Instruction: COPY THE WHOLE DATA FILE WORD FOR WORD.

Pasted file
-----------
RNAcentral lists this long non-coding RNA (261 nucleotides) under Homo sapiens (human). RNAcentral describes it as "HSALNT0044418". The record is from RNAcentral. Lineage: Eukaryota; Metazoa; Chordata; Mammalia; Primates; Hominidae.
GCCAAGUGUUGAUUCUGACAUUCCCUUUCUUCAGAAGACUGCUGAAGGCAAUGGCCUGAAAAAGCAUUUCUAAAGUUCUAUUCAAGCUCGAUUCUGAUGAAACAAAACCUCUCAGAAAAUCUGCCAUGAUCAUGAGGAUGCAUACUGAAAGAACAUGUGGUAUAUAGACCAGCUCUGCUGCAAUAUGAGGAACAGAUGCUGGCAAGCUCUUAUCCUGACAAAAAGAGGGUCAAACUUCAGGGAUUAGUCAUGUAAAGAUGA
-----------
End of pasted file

RNAcentral lists this long non-coding RNA (261 nucleotides) under Homo sapiens (human). RNAcentral describes it as "HSALNT0044418". The record is from RNAcentral. Lineage: Eukaryota; Metazoa; Chordata; Mammalia; Primates; Hominidae.
GCCAAGUGUUGAUUCUGACAUUCCCUUUCUUCAGAAGACUGCUGAAGGCAAUGGCCUGAAAAAGCAUUUCUAAAGUUCUAUUCAAGCUCGAUUCUGAUGAAACAAAACCUCUCAGAAAAUCUGCCAUGAUCAUGAGGAUGCAUACUGAAAGAACAUGUGGUAUAUAGACCAGCUCUGCUGCAAUAUGAGGAACAGAUGCUGGCAAGCUCUUAUCCUGACAAAAAGAGGGUCAAACUUCAGGGAUUAGUCAUGUAAAGAUGA